I am trying to get an accurate count of total days a tool is out for rental.

Here is a data sample:

CREATE Table #tmpToolRentalDays
    ToolId          BIGINT, 
    StartDate       DATETIME, 
    EndDate         DATETIME,
    RentalDays      FLOAT

INSERT INTO #tmpToolRentalDays(ToolId, StartDate, EndDate, RentalDays) 
(39,    '2016-02-01 00:00:00.000',  '2016-02-01 00:00:00.000',   1),
(39,    '2016-02-01 00:00:00.000',  '2016-02-02 00:00:00.000',  2),
(39,    '2016-02-04 00:00:00.000',  '2016-02-05 00:00:00.000',  2),
(39,    '2016-02-05 00:00:00.000',  '2016-02-06 00:00:00.000',  2),
(39,    '2016-02-06 00:00:00.000',  '2016-02-07 00:00:00.000',  2),
(36,    '2016-02-07 00:00:00.000',  '2016-02-28 00:00:00.000',  22),
(39,    '2016-02-08 00:00:00.000',  '2016-02-09 00:00:00.000',  2),
(39,    '2016-02-09 00:00:00.000',  '2016-02-10 00:00:00.000',  2),
(11,    '2016-02-14 00:00:00.000',  '2016-02-28 00:00:00.000',  15),
(39,    '2016-02-18 00:00:00.000',  '2016-02-21 00:00:00.000',  4)

SELECT * from #tmpToolRentalDays 

A tool can go out for a day and return the same day, then go back out again on the same day. This should be 1 day. I am trying to avoid counting a date like 02-01 twice.

My intention is to get two columns:

ToolID  Rental Days 
39      13
36      22
11      15

How can I achieve that?

  • Could you change the schema at all, like a Rental table that was made of ToolId, CheckIn, CheckOut and then sum the distinct dates?
    – user57916
    May 23, 2016 at 21:47

4 Answers 4


I think this will get you what you want.

It creates a recursive CTE (common table expression) that generates all the dates between January 1 and March 1.

It then joins those dates to the tool rental data, checking to see if each date record falls between the rental dates. This gives you one record per toolid for every day within the range of rental dates.

Lastly, it groups by the toolID, and counts the distinct dates that the tool was rented to get rid of duplicate date values.

;WITH Dates(Date_Day) AS
    SELECT Convert(DateTime, '2016-01-01') AS Date_Day
    SELECT DateAdd(day, 1, Date_Day) FROM Dates
    WHERE Date_Day < '2016-03-01'
    Count(DISTINCT Calendar_Dates.Date_Day) 
    Dates Calendar_Dates
Inner Join
    #tmpToolRentalDays Rental_Dates
            Calendar_Dates.Date_Day BETWEEN Rental_Dates.StartDate AND Rental_Dates.EndDate 
  • Comments are not for extended discussion; this conversation has been moved to chat.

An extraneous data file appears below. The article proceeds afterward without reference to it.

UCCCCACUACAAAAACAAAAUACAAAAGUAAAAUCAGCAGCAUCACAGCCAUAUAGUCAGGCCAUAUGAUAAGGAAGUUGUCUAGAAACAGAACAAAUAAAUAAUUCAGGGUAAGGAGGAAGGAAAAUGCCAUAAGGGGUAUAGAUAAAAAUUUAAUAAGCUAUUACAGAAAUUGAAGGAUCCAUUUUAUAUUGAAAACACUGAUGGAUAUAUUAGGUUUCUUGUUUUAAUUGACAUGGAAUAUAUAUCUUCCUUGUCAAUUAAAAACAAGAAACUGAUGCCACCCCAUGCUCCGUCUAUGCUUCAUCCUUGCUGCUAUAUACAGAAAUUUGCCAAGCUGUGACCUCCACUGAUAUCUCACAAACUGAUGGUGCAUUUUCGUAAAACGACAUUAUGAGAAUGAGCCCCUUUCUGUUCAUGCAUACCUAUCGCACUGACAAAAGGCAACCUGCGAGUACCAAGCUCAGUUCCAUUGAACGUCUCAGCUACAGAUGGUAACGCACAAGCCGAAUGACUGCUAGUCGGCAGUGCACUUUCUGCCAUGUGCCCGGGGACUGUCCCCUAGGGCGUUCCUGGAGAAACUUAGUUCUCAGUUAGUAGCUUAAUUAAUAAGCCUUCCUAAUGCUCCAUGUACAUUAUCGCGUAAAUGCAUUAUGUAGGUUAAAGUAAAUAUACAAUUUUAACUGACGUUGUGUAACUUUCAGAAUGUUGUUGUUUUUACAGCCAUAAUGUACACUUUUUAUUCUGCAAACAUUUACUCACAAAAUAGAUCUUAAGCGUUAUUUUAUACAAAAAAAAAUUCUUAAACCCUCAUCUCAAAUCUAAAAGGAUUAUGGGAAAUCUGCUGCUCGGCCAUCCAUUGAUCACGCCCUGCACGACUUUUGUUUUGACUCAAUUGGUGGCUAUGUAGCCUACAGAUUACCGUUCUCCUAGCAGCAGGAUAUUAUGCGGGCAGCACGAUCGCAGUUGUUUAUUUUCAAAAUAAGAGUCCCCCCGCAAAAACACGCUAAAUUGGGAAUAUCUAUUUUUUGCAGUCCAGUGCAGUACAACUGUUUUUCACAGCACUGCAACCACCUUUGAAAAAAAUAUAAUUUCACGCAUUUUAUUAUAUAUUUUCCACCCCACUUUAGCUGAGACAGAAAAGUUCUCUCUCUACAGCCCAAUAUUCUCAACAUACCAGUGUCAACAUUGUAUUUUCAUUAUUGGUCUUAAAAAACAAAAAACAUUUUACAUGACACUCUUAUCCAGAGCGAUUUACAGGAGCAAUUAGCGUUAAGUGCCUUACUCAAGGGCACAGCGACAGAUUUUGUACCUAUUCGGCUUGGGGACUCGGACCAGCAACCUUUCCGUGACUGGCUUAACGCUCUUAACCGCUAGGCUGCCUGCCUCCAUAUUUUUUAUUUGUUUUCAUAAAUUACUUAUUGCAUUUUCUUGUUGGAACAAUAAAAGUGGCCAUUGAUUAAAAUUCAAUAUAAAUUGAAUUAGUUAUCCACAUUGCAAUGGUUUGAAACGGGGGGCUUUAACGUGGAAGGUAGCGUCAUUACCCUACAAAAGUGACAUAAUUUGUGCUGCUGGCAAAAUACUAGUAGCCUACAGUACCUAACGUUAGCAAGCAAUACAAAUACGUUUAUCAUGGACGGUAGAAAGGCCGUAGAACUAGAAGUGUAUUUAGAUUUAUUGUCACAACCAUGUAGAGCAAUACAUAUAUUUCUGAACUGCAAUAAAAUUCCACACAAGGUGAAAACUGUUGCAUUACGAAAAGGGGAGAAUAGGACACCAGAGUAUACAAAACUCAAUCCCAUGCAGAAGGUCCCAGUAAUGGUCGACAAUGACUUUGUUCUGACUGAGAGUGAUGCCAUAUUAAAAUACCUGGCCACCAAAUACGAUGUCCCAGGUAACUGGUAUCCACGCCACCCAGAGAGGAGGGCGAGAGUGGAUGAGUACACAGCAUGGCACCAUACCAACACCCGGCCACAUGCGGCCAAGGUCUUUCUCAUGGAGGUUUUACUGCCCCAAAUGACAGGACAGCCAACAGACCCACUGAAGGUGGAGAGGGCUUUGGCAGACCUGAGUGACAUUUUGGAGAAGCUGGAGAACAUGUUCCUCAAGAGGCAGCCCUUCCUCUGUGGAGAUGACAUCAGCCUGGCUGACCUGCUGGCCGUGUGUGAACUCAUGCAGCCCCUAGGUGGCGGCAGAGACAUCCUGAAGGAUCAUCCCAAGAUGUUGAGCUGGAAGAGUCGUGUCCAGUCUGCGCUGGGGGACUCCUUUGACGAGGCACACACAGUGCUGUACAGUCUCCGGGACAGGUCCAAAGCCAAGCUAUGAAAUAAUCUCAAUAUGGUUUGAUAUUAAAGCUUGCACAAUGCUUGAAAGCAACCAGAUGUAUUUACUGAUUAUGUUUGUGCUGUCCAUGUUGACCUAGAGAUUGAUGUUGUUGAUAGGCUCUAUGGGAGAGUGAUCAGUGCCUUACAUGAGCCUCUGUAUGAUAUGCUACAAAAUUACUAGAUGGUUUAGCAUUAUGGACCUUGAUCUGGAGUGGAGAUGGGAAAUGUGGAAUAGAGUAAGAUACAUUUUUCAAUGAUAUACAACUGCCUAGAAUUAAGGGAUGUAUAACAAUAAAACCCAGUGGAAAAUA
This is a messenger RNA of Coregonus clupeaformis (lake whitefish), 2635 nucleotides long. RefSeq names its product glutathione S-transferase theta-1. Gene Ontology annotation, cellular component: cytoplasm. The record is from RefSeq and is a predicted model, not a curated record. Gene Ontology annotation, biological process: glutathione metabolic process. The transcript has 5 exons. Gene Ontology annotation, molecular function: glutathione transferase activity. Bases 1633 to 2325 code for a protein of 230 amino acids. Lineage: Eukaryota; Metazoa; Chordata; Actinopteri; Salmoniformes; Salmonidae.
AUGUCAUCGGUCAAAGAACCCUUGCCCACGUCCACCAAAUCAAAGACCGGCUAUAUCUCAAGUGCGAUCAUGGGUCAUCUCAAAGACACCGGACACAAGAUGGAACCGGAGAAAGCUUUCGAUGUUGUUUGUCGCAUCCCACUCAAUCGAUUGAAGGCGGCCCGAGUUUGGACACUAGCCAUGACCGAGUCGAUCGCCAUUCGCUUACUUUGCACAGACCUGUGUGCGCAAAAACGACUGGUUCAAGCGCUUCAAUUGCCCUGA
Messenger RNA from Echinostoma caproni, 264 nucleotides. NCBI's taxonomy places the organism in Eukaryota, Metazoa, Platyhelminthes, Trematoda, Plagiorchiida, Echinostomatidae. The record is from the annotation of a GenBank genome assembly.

– Paul White
    Jun 5, 2016 at 5:02

Instead of doing an expensive CROSS JOIN plus aggregating a potentially large number of rows you can use this approach: SUM the days including the duplicates and subtract the number of rows with duplicate dates:

;with cte as 
( select  *,
     over (partition by ToolId 
           order by StartDate, EndDate) as rn
  from #tmpToolRentalDays
select t1.ToolId,
       -- sum including duplicate days
       -- number of duplicate dates
   - COUNT(T2.RentalDays) As RentalDaysSum
from cte as t1
left join cte as t2
  on t1.ToolId = t2.ToolId 
 and t2.StartDate = t1.EndDate -- same day
 and t2.rn = t1.rn + 1         -- on the "next" row?
group by t1.ToolId;

SQL Server will calculate the ROW_NUMBER twice. To avoid this you you might simply add that column when you create the temp table (you wrote the table is generated).

ROW_NUMBER is needed here, because there may be mini-cartesian products of multiple single-day rentals. Without row numbers, every single-day rental would match every same-day rental, so e.g. for two rows you would get four as the result of the join. SUMs would be skewed particularly much if another multi-day rental either started or ended on the same day as many single-day rentals, because such a SUM would be multiplied too.


You can avoid the expensive recursive CTE by using a date table. These are easy to construct and very useful. I used a variation of the code here to generate one.

Note: I'm using a temp table for the date here. This is just for the demo code. The permanent solution should use a permanent date table. It should probably also include some/all of the columns I removed from the original code. (Day, Week, etc) These are very handy for all kinds of date related queries.

DECLARE @StartDate DATE = '20000101', @NumberOfYears INT = 30;

-- prevent set or regional settings from interfering with 
-- interpretation of dates / literals


DECLARE @CutoffDate DATE = DATEADD(YEAR, @NumberOfYears, @StartDate);

-- this is just a holding table for intermediate calculations:

  [date]       DATE PRIMARY KEY

-- use the catalog views to generate as many rows as we need

INSERT #dim([date]) 
  SELECT d = DATEADD(DAY, rn - 1, @StartDate)
    SELECT TOP (DATEDIFF(DAY, @StartDate, @CutoffDate)) 
      rn = ROW_NUMBER() OVER (ORDER BY s1.[object_id])
    FROM sys.all_objects AS s1
    CROSS JOIN sys.all_objects AS s2
    -- on my system this would support > 5 million days
    ORDER BY s1.[object_id]
  ) AS x
) AS y;

That plus the code you have above gives us this very simple code to generate your solution.

SELECT #tmpToolRentalDays.ToolId, COUNT(DISTINCT #dim.[Date]) AS Cnt
FROM #tmpToolRentalDays
JOIN #dim
    ON #dim.[Date] >= #tmpToolRentalDays.StartDate
    AND #dim.[Date] <= #tmpToolRentalDays.EndDate
GROUP BY #tmpToolRentalDays.ToolId

The COUNT DISTINCT gets rid of any duplicate dates.


try this

SELECT ToolId,SUM(RentalDays) As RentalDaysSum
FROM #tmpToolRentalDays
GROUP BY ToolId , Cast(StartDate as DATE)
  • 5
    Unfortunately this doesn't eliminate the duplicate rental days when a tool is rented more than once on the same day. May 23, 2016 at 17:47

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